• Very little research assesses the efficacy of CBT across diverse populations, countries of origin, or ethnicity (Hoffman, 2012).

  • Can be very invalidating for folks, in that the premise of CBT is guided on the principle that the individual requiring treatment has “faulty” ways of thinking (What is Cognitive Behavioural Therapy, 2017).

How this applies to non-clinical work with children and youth

Now that you have some of the basics of CBT and know some of the pros and cons, you may be wondering how this applies to school.

Many of the strategies used in Social Emotional Learning and Mindfulness are also employed in CBT practice.

Here are some CBT principles you can apply in your classrooms to help students shift their perspectives, calm their bodies and minds, and develop coping strategies for their stressful days! These are also some strategies you can employ for yourself on particularly stressful school days!

1. Feel your feelings and wait for them to pass

The Cool Kids CBT anxiety program calls this “ride the worry wave.” This means acknowledging that anxiety, depression, etc. are not inherently bad, but they are causing problems. Allow students to feel the feeling, and remember that feelings are temporary and will pass.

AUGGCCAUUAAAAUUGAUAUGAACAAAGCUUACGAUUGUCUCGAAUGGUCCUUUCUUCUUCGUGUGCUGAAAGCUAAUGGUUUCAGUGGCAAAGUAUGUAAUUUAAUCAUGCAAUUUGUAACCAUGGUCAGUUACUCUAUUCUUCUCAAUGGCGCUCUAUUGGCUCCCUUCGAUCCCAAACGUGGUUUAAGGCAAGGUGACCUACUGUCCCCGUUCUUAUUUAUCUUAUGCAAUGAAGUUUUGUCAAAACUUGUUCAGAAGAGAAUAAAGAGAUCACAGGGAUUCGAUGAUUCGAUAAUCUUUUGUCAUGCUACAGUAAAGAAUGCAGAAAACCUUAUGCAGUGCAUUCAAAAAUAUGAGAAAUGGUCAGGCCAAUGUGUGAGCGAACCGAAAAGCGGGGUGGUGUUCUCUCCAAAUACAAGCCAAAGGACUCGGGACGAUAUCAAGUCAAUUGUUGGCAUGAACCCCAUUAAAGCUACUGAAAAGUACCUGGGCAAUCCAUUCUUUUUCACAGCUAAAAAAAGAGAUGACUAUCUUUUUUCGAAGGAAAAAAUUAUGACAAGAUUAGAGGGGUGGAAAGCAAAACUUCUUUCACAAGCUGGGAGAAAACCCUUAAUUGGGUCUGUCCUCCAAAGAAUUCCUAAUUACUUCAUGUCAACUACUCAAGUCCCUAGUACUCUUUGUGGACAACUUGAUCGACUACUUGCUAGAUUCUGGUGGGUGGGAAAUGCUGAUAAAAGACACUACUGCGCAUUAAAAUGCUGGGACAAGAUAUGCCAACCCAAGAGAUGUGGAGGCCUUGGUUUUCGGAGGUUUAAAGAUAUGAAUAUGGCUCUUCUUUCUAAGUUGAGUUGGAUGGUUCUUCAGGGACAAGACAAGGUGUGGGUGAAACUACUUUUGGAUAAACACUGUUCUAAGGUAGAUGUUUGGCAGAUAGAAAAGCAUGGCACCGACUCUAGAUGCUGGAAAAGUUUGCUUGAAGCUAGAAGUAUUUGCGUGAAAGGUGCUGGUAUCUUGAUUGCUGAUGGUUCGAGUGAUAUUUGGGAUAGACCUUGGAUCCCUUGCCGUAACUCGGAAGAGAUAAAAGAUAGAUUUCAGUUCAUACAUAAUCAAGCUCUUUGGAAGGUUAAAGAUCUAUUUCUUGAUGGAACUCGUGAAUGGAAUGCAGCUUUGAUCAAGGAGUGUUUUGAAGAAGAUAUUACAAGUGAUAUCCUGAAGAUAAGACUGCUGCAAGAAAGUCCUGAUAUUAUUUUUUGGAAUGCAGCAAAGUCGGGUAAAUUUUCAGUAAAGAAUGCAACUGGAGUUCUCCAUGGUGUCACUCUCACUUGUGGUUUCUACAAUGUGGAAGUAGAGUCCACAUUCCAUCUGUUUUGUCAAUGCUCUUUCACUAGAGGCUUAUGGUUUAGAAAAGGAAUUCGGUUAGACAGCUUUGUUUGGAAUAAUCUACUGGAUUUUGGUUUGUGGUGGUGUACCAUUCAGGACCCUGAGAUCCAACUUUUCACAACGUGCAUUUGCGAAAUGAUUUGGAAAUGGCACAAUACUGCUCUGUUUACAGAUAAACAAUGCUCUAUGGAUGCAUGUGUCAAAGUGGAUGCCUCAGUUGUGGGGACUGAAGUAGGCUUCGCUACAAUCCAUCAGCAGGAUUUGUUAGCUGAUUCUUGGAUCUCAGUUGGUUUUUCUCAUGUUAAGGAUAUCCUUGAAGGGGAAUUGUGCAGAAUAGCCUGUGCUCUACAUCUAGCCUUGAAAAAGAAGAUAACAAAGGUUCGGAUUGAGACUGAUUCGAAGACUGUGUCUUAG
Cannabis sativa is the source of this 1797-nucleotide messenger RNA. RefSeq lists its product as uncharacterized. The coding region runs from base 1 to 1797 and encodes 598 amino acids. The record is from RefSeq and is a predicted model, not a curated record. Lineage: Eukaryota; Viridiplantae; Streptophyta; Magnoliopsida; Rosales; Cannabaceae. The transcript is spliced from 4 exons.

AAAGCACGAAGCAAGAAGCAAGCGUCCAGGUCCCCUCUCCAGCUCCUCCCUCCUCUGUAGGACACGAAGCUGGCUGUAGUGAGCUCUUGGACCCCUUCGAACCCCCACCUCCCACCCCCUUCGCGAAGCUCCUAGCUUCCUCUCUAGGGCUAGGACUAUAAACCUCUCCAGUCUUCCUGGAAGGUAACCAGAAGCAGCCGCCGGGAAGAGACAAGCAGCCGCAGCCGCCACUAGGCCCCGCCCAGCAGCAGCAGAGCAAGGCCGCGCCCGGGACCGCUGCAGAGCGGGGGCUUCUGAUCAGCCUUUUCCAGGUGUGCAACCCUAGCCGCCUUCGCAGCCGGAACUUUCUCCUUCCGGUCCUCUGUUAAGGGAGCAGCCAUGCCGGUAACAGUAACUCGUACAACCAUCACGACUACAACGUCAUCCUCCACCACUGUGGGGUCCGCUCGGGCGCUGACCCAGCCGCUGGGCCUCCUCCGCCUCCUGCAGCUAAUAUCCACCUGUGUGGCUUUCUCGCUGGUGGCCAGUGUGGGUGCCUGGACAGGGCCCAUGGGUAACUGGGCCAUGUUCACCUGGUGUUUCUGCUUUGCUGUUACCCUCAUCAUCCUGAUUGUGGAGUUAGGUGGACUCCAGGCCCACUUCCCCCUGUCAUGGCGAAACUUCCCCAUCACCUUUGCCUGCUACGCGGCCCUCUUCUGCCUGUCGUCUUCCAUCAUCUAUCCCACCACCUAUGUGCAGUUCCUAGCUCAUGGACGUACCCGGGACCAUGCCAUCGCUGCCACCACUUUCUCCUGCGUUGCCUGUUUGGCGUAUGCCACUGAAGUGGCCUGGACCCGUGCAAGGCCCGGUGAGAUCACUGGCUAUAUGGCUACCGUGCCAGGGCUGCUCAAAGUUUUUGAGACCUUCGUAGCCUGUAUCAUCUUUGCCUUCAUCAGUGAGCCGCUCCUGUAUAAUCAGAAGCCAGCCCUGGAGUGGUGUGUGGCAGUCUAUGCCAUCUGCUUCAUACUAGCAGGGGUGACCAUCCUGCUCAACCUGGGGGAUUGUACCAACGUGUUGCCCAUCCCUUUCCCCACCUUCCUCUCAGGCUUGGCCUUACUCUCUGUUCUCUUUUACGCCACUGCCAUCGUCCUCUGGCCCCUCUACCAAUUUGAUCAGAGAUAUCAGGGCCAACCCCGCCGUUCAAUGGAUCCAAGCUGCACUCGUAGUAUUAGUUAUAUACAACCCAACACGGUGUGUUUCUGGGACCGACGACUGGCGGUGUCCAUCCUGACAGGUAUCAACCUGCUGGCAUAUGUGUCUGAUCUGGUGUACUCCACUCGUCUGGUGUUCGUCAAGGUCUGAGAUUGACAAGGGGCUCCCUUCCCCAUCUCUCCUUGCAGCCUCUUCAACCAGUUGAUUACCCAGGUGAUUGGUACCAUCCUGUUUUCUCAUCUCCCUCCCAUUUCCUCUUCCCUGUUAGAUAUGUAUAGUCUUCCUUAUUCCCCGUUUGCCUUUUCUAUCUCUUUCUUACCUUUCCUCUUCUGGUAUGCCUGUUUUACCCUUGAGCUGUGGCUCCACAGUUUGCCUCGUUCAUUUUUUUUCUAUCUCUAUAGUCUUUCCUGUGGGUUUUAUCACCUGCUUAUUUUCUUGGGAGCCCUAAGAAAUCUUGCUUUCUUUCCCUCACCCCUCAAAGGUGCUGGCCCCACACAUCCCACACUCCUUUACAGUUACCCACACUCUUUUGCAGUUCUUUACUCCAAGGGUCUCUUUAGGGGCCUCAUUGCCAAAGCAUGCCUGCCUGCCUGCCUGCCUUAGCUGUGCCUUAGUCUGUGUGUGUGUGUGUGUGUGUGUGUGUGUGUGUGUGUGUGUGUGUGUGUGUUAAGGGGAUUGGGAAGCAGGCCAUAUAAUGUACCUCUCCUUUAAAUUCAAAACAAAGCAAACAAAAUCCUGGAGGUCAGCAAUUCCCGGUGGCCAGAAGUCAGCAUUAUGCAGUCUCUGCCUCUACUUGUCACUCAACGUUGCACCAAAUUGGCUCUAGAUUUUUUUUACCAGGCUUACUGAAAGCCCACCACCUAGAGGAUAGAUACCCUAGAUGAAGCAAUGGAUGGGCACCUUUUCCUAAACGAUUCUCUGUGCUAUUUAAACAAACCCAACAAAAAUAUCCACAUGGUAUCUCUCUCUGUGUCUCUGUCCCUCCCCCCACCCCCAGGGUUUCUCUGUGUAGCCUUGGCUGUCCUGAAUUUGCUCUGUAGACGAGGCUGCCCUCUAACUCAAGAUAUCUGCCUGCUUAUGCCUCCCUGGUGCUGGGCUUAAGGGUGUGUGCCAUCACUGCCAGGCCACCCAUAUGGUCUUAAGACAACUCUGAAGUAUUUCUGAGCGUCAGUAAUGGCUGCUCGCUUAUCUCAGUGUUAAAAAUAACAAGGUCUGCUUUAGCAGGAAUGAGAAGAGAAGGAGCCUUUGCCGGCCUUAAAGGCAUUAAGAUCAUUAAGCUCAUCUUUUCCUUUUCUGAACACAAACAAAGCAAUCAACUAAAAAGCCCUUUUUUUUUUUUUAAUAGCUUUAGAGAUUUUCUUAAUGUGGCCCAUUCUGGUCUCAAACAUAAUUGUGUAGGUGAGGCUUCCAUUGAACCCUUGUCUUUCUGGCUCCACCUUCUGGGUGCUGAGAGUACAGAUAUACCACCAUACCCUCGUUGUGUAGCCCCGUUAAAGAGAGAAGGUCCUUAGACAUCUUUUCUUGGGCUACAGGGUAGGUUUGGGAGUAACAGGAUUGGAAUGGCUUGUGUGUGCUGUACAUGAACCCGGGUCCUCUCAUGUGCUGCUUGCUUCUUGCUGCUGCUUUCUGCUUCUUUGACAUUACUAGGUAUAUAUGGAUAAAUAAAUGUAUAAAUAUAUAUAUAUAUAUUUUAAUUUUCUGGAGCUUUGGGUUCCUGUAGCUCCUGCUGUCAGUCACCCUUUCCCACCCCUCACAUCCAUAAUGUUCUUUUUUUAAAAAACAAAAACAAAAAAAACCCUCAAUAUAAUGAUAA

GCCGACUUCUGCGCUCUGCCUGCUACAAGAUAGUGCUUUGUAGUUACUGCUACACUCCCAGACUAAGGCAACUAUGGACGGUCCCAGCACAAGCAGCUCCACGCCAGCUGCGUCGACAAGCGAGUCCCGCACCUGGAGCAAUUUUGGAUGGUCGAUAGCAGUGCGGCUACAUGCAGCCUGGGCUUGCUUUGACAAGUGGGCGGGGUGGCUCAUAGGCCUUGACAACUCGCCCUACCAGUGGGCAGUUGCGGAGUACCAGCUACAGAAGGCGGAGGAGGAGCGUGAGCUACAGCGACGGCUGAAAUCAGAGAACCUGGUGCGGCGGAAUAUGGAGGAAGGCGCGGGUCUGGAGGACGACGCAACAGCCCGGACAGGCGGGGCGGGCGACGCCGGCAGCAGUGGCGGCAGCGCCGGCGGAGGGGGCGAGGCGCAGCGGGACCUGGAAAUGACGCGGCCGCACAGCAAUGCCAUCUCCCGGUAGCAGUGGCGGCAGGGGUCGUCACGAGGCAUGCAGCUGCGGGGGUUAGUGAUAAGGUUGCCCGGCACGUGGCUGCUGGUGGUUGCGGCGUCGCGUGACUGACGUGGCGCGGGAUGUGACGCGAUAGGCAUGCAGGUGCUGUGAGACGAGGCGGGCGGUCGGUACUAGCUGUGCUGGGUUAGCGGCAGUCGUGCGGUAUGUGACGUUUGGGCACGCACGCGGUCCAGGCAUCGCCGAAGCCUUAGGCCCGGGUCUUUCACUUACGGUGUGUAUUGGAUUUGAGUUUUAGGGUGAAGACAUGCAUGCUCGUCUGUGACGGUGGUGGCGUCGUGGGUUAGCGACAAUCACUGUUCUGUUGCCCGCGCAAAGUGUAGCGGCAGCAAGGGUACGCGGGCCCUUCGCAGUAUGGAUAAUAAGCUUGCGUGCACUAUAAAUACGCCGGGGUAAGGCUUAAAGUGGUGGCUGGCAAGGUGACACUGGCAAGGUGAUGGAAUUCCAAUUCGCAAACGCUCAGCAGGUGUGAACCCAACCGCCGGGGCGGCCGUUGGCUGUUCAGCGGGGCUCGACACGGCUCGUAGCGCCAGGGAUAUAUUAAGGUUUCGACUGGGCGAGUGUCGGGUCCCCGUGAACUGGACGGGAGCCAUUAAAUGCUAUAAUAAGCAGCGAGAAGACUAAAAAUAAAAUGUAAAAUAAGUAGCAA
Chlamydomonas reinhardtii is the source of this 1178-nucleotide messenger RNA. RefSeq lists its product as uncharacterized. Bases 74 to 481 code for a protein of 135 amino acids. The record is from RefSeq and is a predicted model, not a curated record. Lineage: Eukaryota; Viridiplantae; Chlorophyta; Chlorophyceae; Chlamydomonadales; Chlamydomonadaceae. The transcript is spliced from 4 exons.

Take time to validate all students' experiences and emotions! They all have a time and place, and no feeling is ever ‘wrong’. Remind students of this, and give them as much language as possible to name various emotions so they don’t get trapped in the “mad, sad, happy” stages of naming emotions.

2. Deep breathing

When we enter a state of anxiety, we often begin to take shallow breaths and blood and oxygen are re-routed to our limbs so we can fight or flee. Box breathing can be a helpful tool to regulate the central nervous system.

  • Box breathing is a breath in for a count of 4, hold for 4, breathe out for 4, hold for 4, and repeat!

3. See/ Hear/ Feel

Have students identify 5 things they can see, 5 things they can hear, 5 things they can feel. This helps students to ground in the present moment.

4. Guided meditation

This can be done either by the teacher scripting a peaceful scenario and having students close their eyes while you guide them through, or you can find some great guided meditations on YouTube!

5. Fact vs. Opinion

When you notice a student becoming stressed about a particular situation, ask them whether or not the thoughts they’re experiencing are fact, or opinion. We do this often in high school English when we ask students to find evidence. We're merely asking them to find evidence of their experiences too!

For instance, if you look at this picture of a clown what do you see?: